A Lot or a Little?
What you will—and won't—find in this book.
Instead of a storyline populated with facts (how many Japanese planes attacked Pearl Harbor and which ships were destroyed or any of the preparations leading up to the bombing of Hiroshima), readers will learn about these two pivotal events in the history of World War II through the stories of young people and children whose lives and futures were forever changed.
Honoring the past and the sacrifices of those who came before us can help us work toward a better and more peaceful future.
Positive Role Models
There are none of the expected heroes or heroines in this wartime story. Instead, there are young men from small towns who join the Navy or the Marines, making their families (and themselves) proud. Twelve men flying a plane that would drop a bomb more destructive than anyone could have ever imagined. And high school girls excited to have been given the responsibility of operating the trams running in Hiroshima.
Violence & Scariness
While Pearl Harbor and Hiroshima were terrifying events that killed and maimed thousands of people, the author relates the horror of those days in a very few simply told and never graphic sentences. At Pearl Harbor, scorched men are pulled from the burning USS Arizona and sailors are charred by flaming oil. A young boy in Hiroshima is found dead still gripping his tricycle's handlebars and people are vaporized by the explosion.
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Parents Need to Know
Parents need to know that Lois Lowry's On the Horizon is both a memoir and a history told simply and briefly (only 80 pages) in free verse. She remembers a childhood living in Hawaii at the time of the Japanese attack on Pearl Harbor and writes of the young men who died during that attack. And she writes of the dropping of the atom bomb on Hiroshima, Japan; of the crew of the plane that would drop the bomb and the children who would perish. Her memories of living in Japan shortly after the end of World War II provide a haunting bridge between the two attacks. While both events were unspeakably violent, Lowry's poetry recounts the horror of those days (scorched men pulled from the burning USS Arizona, sailors charred by flaming oil, and a young boy in Hiroshima who dies gripping his tricycle's handlebars) in very few, never graphic sentences that are age appropriate. Lowry is a two- time Newberry Medal winner (Number the Stars and The Giver).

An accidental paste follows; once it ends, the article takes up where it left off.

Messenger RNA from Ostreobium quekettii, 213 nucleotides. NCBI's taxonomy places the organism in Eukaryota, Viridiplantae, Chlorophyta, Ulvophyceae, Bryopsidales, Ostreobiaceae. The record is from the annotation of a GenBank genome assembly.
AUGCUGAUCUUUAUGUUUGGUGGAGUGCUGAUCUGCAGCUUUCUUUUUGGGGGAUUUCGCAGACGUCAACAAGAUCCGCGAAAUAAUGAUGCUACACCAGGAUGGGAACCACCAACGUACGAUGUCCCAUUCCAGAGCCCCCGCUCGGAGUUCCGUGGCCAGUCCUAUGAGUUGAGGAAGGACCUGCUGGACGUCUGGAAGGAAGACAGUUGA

Is It Any Good?
Lowry's poetic recounting of two pivotal and tragic events in World War II is heartbreaking, haunting, and powerful in its simplicity. The vividly told stories of real young people and children in On the Horizon promises to captivate even readers reluctant to pick up a history book, much less one written in free verse.
Did we miss something on diversity?
Research shows a connection between kids' healthy self-esteem and positive portrayals in media. That's why we've added a new "Diverse Representations" section to our reviews that will be rolling out on an ongoing basis. You can help us help kids by suggesting a diversity update.